Do you feel Bol is truly utilising its massive potential?
As a London girl working in destination marketing, I moved to Croatia for love and found myself spending the long summer seasons in Bol, on the island of Brač, where my husband worked. After several years, I was approached by the largest tourist agency in town to create a tourist guide to Bol. I was absolutely thrilled as I truly felt that Bol, one of the most well-known destinations in Croatia, was lacking an information-packed guide, a one-stop tool for visitors wishing to find out all there is to see and do in and around the town.
Rewind a few years to my first visit to Bol when I first met my husband-to-be… I had chosen Bol as the destination for a late-summer holiday (read September) with three female friends. After arriving we obviously scouted out the town and beaches on foot, established that our favourite was the one with the beautiful view of the monastery in the east of town and found our preferred restaurant, which was the only restaurant providing live music.
It was obvious to us that windsurfing was a local sport so we decided to enroll on a course, which would have been good had we not been shortchanged on the number of hours we had paid for and felt that the employees were laughing at us behind our backs – looking back I can only assume it was because we had chosen a relatively wind-free two days to try the sport. A polite explanation would have sufficed. But that is not the point of this article.
We wanted to do more… and we wanted to find out what else we could do. The guidebook mentioned a hike to Vidova Gora, the highest peak of the Adriatic islands. There were no obvious signs so we asked the accommodation agency staff, through which we had booked. They gave us some very sketchy information about where about to find the path leading up and gave us completely the wrong timescale for the walk there and back (after finding the path and starting along it mid-afternoon we were smart enough to see we were not going to reach the top and get back down before dark so we gave up).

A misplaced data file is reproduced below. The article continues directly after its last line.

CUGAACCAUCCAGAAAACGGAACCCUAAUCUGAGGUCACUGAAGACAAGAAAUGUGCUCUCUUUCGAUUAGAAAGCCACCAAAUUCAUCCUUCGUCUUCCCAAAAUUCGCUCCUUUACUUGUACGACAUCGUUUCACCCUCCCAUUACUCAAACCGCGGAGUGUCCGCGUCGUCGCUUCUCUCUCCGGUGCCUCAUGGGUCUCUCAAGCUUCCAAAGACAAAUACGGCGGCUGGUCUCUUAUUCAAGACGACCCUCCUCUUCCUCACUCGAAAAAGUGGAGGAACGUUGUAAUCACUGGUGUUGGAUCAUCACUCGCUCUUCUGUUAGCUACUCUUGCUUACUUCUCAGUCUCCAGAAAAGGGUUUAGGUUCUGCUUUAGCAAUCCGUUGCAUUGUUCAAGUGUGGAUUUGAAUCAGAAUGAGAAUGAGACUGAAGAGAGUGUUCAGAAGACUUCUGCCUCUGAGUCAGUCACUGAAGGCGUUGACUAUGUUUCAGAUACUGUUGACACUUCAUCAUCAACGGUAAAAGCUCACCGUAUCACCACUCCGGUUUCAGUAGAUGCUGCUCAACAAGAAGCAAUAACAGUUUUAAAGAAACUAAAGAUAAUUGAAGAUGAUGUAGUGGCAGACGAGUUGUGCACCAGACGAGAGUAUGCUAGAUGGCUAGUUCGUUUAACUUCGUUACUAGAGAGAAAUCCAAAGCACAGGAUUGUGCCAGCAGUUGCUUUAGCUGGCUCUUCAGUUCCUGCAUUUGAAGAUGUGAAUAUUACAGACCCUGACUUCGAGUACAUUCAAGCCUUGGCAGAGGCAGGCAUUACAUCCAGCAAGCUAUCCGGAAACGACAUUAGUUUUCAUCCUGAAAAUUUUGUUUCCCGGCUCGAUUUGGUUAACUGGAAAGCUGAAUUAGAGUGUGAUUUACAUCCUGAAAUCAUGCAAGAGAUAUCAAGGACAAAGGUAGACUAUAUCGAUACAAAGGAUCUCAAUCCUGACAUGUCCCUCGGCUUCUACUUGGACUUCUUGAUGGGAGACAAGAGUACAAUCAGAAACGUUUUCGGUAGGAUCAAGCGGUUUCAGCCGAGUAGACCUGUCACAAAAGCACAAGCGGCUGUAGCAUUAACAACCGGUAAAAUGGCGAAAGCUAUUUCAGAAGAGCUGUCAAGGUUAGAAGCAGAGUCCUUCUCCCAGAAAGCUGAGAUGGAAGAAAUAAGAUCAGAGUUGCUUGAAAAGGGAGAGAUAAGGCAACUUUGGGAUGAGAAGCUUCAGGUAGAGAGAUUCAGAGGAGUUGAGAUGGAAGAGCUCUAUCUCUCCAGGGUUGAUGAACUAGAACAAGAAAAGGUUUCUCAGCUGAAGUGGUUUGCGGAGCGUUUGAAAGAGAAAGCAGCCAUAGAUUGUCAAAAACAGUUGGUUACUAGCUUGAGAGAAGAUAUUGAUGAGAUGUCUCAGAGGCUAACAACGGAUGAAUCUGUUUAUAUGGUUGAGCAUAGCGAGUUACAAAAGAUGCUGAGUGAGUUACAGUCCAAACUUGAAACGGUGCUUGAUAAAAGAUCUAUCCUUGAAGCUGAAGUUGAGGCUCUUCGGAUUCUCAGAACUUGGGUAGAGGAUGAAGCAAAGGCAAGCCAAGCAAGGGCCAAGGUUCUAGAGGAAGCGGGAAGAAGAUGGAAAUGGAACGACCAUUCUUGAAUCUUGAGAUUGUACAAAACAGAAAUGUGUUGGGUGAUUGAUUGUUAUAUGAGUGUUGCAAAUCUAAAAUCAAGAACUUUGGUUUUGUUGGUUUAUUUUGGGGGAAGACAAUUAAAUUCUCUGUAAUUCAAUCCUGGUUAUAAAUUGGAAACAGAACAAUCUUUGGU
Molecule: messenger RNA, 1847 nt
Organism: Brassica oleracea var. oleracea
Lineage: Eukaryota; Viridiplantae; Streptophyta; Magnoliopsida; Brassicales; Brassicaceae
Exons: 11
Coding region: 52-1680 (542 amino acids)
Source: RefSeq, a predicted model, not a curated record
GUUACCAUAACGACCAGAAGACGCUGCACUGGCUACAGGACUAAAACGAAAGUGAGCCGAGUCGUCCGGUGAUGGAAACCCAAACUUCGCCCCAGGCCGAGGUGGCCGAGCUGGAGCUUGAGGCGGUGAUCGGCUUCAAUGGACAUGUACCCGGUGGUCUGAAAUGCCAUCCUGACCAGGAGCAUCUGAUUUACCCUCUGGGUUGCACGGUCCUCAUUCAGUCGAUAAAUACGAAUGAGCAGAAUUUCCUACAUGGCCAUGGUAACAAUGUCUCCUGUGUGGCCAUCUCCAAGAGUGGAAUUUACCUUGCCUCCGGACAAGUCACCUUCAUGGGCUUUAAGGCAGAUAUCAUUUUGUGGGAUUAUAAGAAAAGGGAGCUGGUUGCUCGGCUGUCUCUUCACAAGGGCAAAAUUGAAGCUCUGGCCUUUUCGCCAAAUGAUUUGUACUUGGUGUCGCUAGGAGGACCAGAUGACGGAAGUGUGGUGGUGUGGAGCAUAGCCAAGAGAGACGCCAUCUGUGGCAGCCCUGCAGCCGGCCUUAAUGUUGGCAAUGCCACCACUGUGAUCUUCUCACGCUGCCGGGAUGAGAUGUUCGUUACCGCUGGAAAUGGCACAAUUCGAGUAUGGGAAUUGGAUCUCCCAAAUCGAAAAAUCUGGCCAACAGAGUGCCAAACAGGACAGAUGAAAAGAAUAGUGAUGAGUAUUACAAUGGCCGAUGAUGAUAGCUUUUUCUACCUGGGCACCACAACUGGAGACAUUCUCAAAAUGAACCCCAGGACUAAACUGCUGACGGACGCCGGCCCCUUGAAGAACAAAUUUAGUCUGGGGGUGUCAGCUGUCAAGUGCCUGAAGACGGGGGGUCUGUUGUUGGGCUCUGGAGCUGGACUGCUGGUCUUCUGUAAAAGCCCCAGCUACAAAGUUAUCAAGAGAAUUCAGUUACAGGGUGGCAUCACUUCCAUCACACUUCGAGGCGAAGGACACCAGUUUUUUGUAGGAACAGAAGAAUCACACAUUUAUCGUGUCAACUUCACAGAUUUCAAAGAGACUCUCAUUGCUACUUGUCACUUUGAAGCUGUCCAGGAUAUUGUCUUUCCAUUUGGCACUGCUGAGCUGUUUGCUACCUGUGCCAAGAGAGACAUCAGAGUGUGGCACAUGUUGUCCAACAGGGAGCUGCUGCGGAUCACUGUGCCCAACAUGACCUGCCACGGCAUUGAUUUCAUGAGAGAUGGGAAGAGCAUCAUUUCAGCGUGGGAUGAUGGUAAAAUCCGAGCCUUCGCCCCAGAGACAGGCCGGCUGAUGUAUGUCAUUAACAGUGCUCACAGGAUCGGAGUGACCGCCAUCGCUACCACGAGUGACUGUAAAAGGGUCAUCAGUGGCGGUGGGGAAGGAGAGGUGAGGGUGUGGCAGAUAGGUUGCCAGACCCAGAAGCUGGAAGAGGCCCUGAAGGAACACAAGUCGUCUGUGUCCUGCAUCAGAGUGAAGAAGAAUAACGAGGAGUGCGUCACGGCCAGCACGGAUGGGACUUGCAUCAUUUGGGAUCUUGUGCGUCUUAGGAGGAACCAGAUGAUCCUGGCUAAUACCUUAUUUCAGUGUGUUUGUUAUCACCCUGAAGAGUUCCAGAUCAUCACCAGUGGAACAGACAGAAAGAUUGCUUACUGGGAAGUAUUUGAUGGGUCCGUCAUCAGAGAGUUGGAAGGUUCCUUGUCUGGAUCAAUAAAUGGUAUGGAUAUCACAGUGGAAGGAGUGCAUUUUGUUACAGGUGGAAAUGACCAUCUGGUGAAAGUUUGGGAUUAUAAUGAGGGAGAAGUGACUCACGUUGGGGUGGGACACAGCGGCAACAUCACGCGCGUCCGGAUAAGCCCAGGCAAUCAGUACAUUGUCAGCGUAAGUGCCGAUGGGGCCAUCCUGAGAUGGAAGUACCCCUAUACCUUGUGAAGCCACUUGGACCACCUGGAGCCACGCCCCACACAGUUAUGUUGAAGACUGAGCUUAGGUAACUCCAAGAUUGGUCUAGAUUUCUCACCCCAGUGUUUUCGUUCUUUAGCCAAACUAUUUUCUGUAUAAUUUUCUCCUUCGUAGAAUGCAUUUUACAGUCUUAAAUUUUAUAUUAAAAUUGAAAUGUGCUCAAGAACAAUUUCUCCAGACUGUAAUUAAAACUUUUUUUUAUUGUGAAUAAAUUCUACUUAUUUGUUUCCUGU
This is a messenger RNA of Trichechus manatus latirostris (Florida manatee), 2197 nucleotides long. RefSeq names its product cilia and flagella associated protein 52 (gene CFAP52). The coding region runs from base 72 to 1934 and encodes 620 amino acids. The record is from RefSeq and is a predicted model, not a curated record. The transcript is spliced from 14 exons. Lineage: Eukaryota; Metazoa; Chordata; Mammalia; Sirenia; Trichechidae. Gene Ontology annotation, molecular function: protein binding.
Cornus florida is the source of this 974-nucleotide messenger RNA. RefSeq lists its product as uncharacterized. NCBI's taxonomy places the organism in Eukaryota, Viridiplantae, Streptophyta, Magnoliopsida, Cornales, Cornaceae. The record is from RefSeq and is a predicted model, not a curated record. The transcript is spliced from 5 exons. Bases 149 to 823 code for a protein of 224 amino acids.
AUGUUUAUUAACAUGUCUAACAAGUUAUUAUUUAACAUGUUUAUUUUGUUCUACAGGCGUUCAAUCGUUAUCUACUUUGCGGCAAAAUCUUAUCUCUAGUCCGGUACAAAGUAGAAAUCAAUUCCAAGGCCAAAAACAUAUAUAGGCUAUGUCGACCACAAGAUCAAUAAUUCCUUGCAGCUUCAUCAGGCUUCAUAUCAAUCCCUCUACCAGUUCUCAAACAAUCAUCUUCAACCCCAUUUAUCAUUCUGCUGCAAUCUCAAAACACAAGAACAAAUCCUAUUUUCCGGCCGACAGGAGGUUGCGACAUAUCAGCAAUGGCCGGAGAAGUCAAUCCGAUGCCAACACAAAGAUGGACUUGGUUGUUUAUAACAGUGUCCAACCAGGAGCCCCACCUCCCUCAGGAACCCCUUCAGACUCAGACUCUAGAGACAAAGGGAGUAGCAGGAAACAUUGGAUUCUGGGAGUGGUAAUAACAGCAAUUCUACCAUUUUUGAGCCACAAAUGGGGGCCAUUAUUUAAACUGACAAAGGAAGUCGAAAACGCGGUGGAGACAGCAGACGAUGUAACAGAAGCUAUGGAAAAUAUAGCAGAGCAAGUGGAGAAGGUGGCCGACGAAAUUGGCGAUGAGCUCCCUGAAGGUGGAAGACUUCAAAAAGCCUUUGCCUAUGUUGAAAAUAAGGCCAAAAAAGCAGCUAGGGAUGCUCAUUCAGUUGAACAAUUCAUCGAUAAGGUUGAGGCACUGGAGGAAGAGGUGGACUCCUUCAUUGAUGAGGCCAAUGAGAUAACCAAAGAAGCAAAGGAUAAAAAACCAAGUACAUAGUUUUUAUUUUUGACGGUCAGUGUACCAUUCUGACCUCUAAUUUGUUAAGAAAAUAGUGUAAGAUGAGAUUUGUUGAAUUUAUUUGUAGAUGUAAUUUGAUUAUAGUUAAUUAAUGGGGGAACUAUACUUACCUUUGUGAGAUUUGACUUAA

So now we looked for help from the tourist information centre (TIC) – the official representative would surely give us better information. Or would they? The tourist information office was closed when we visited it but we did manage to pick up a local guide – an uninformative list of sites of interest (mainly churches and other such buildings), restaurants and accommodation providers.
Skip forward to the day the agency contacted me: the official guide had remained the same, uninformative and uninspiring. So I immediately got to work to create a guide worth picking up and keeping, packed full of interesting and useful information about Bol’s beaches and the various facilities available on each of them, attractions (including visiting times, costs and short descriptions to entice the reader to visit), cafe bars and restaurants (sorted under different headings to enable some kind of differentiation between them), best places to shop for souvenirs, organised excursions available from Bol including prices and times, recommended places to visit in other parts of the island, hiking routes, ferry and bus timetables, etc. You get the point.
This was back in 2015 and since then the guide has been updated and published every year and very well-received by tourists. I can only say that I am so glad to have been part of this project and to have addressed an issue to better inform visitors on Bol and its surrounding area, ensuring they explore more of its fascinating heritage and natural beauty. But the question is did it really require a foreigner and the initiative of the private sector to start promoting the wonderful tourist offer of one of Croatia’s top destinations?